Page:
“These buy now, pay later plans can have a cascading effect over a person’s entire financial life if they are not adequately budgeted,” said Andre Jean-Pierre, a former Morgan Stanley wealth advisor who now runs his own financial planning firm. It’s about helping black Americans save and budget enough.
Another concern among advisors and consumer advocates, as well as Washington lawmakers and regulators, is the ease with which consumers layer these installment loans.
Speaking at a Senate Banking Committee session on new financial products on Tuesday, Senator Sherrod Brown, D-Ohio, highlighted the benefits of plans that allow consumers to pay in installments. But he also criticized the way the industry supported the plans.
“Ads encourage consumers to use these plans for multiple purchases at multiple online stores – increasing debt they cannot repay,” Brown said.
Short-term loans are potentially problematic as they are not reported in a consumer’s credit profile at Transunion and Experian. Plus, the buy-now-pay-later industry’s customers are distorting the young—meaning they have little credit history. Hypothetically, a borrower can take out several short-term loans through multiple purchases now, then make payments to companies — a practice known as “credit stacking” — and they never show up on a credit report. Budgeting can be tricky if someone puts a lot of items on their buy now, pay later plan.
“It’s a blind spot for the industry,” said Taiano of Fitch.
In a statement, the pay-now industrial-trade group pushed back its definition that its products could leave borrowers with too much debt.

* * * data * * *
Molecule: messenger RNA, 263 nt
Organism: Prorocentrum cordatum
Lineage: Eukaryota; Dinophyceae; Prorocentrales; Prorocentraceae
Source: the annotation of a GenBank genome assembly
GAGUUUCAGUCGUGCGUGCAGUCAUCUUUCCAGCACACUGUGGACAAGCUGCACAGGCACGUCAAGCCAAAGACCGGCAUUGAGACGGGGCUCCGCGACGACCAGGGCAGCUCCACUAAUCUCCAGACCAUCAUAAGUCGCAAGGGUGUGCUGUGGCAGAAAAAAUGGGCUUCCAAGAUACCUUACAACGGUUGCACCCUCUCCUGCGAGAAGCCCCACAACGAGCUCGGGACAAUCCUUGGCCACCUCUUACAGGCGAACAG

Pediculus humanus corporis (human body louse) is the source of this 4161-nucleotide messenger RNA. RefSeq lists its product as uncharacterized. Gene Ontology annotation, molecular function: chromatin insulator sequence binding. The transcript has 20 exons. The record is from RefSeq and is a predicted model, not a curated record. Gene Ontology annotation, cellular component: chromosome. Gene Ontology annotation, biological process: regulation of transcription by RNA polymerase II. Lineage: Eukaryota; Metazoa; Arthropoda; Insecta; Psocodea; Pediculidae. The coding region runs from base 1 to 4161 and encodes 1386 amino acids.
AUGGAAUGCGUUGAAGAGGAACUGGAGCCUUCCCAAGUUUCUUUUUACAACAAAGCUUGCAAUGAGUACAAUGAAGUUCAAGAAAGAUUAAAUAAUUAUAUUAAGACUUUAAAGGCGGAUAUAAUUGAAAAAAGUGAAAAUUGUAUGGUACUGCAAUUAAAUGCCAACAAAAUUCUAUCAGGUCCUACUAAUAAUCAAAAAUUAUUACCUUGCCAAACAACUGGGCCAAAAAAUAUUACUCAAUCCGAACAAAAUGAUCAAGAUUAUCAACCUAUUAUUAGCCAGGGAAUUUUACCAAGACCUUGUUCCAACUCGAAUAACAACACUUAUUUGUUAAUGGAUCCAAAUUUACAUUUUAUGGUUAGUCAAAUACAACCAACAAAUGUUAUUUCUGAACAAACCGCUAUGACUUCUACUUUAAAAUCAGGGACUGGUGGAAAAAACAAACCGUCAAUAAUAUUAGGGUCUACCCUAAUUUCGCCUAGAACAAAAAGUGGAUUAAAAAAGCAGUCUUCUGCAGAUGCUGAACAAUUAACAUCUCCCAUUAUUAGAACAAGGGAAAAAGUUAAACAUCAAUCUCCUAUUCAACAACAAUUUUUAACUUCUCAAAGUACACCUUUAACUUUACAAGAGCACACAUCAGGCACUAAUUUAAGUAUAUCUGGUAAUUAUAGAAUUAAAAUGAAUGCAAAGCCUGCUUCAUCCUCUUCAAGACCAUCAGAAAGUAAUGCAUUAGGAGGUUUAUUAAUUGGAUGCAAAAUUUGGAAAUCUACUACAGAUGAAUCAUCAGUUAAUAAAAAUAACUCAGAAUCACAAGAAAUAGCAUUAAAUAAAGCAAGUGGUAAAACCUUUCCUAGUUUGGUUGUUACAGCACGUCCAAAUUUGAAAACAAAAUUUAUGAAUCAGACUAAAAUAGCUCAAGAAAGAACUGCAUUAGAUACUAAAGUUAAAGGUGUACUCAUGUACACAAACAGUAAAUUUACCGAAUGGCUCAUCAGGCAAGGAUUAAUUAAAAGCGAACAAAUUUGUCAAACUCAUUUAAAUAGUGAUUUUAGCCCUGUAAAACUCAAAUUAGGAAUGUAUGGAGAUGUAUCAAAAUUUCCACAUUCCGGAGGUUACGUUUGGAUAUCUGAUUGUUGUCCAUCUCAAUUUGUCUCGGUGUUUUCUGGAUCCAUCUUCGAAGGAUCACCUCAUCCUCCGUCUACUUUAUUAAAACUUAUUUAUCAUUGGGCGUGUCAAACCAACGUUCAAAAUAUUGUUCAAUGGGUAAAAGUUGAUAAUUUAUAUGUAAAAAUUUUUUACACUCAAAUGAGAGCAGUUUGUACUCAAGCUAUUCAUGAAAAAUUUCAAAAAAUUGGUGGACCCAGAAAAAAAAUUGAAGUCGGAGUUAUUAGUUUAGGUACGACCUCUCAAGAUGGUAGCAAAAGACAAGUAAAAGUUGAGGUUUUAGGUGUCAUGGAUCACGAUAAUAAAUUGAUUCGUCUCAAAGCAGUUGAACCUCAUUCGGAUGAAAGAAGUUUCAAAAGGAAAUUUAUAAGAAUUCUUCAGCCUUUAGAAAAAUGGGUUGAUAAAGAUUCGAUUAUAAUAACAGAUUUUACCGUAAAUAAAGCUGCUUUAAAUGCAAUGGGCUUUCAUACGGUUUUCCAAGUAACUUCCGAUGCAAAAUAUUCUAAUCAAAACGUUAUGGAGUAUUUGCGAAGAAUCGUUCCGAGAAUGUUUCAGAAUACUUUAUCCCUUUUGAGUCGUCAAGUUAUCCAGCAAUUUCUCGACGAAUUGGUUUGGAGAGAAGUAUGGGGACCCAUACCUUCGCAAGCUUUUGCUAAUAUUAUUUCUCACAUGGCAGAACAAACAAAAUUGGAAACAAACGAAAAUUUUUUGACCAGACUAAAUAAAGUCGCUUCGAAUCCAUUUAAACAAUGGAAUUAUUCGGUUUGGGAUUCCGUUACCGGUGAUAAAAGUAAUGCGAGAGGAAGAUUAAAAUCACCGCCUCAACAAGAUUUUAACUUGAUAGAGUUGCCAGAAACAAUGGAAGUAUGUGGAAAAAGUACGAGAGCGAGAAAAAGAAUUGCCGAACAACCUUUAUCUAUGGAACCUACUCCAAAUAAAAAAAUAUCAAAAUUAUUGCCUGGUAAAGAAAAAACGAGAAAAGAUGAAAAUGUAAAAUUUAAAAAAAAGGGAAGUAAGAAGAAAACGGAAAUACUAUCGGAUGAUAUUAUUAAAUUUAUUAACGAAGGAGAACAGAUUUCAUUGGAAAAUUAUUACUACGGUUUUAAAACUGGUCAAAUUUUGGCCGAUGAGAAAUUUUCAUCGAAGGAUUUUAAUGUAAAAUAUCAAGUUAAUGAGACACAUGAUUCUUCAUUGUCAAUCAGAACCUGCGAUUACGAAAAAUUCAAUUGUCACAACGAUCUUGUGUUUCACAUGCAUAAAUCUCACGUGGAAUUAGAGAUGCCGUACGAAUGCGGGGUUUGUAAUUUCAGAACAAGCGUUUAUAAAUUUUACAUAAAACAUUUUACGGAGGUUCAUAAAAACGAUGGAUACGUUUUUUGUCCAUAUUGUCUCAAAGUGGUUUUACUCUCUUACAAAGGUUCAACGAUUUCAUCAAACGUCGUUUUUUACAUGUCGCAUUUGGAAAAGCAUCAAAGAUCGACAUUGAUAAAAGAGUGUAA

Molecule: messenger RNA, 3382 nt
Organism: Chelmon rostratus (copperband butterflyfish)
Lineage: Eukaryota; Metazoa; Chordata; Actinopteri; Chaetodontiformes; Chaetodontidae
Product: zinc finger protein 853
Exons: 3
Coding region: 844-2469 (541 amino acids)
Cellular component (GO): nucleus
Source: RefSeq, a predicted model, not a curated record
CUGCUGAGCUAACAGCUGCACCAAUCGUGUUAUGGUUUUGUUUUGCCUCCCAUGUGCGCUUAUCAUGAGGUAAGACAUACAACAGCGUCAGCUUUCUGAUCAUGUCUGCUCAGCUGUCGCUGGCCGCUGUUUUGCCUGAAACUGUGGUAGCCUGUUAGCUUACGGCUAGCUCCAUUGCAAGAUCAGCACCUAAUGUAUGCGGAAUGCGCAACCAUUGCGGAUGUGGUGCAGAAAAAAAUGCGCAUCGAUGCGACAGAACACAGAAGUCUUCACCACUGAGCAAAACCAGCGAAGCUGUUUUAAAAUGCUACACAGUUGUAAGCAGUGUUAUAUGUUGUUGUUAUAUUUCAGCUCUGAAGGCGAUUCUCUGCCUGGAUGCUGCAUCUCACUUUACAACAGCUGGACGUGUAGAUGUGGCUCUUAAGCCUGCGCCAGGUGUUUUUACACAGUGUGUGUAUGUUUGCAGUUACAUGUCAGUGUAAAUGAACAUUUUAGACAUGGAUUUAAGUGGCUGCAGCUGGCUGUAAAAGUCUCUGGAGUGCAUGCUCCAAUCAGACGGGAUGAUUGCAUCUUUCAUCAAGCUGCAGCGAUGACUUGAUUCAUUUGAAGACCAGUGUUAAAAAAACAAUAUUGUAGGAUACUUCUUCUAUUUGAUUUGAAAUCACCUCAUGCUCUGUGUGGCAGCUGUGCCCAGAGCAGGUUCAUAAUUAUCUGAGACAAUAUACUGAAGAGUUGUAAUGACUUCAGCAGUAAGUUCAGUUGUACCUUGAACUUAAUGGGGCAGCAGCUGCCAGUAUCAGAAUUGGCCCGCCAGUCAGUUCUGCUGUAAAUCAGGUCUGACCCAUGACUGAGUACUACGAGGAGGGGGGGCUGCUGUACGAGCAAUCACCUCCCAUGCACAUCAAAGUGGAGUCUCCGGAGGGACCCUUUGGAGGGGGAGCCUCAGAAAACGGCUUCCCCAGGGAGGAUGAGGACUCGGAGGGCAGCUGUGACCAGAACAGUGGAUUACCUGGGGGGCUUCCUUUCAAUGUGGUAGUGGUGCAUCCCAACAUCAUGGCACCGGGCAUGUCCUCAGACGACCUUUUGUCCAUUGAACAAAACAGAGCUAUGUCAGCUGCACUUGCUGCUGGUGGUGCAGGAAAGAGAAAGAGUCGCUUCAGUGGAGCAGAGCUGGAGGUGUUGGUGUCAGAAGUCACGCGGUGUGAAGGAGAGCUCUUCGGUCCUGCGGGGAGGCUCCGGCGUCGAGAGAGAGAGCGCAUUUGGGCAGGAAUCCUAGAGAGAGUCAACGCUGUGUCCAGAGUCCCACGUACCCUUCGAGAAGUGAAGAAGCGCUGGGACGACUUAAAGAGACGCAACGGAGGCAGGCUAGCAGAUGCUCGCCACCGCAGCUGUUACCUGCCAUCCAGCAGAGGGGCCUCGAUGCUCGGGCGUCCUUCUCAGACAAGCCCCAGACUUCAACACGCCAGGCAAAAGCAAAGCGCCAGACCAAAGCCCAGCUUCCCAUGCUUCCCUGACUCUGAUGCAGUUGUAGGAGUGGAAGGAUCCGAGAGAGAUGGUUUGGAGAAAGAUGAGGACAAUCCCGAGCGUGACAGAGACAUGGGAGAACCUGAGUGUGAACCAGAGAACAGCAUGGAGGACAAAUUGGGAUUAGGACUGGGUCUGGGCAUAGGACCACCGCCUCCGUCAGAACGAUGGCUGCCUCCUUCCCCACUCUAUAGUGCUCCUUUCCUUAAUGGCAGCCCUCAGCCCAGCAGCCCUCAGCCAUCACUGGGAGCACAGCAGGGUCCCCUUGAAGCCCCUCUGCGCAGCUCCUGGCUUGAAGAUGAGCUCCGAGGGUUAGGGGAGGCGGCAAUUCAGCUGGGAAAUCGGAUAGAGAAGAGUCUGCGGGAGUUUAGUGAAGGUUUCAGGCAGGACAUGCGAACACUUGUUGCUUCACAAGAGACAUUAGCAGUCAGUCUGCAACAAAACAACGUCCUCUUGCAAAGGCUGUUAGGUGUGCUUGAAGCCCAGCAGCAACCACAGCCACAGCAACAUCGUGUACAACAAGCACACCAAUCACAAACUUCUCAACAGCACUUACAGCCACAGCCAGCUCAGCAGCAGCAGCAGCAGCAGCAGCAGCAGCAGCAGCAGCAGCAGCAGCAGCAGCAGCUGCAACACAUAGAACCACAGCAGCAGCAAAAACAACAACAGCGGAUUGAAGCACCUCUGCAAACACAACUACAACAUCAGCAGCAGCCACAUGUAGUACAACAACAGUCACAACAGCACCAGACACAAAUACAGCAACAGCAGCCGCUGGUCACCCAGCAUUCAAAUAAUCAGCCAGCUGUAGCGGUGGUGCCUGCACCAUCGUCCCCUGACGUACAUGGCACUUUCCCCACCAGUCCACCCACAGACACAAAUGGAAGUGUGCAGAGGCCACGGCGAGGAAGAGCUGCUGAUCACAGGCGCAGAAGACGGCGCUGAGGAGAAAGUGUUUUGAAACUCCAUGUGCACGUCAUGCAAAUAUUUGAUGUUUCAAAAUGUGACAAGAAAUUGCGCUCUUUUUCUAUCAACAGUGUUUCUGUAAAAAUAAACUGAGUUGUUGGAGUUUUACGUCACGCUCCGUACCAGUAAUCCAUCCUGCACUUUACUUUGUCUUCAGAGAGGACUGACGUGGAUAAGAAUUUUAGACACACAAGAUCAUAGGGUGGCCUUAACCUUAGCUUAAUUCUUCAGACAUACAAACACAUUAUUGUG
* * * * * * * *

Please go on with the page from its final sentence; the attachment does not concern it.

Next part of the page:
“With zero-to-low interest rates, flexible payment terms and transparent terms and conditions, BNPL helps consumers manage their cash flows responsibly and live healthier financial lives,” said Penny Lee, CEO of the Financial Technology Association.
Meanwhile, pay-it-now service providers see rising defaults as a natural consequence of growth, but also an indication that inflation is hitting the Americans who use these services the most.
“We’ve seen some stress among those with the lowest credit scores, and they’re starting to have a hard time,” said Max Levchin, founder and CEO of Affirm, one of the largest now buyout companies.
He added that Affirm has taken a more conservative approach to lending.
Take it now, the payment started later in the USA after the Great Recession. Analysts said the product has not been extensively tested during a time of major financial distress, unlike mortgages or credit cards or auto loans.
Despite these concerns, the consensus is that buy now, pay later companies are here to stay. Affirm, Klarna, Afterpay, PayPal and others owned by Block Inc. are now widely involved in Internet commerce.
Also, the growth of the industry is attracting more players. Tech giant Apple announced Apple Pay Later earlier this summer, where users can shop on four payment plans for six weeks.
Desiree Moore, 35, of Georgia, said: “I usually schedule my purchases using PayPal with ‘Pay at 4’ so that the deadlines for purchases coincide with my payout dates, because the deadlines are biweekly.
Moore said she tries to use buy now pay later plans to cover purchases that aren’t in her usual monthly budget, so she tries not to take money for her children’s needs. It’s increasingly using plans where inflation has made items more expensive, and can keep up with payments so far.
Technical analyst Francis said it’s now common for friends to pay for travel on installment loans to avoid completely emptying their bank accounts in an emergency.
“If I get home from vacation and I have two flats and I spend all that money on plane tickets, that’s $400 you don’t have right now,” he said. “Most people don’t have savings. Just enough for flat tires. ”
Cora Lewis, AP Personal Finance Correspondent, contributed to this report from New York.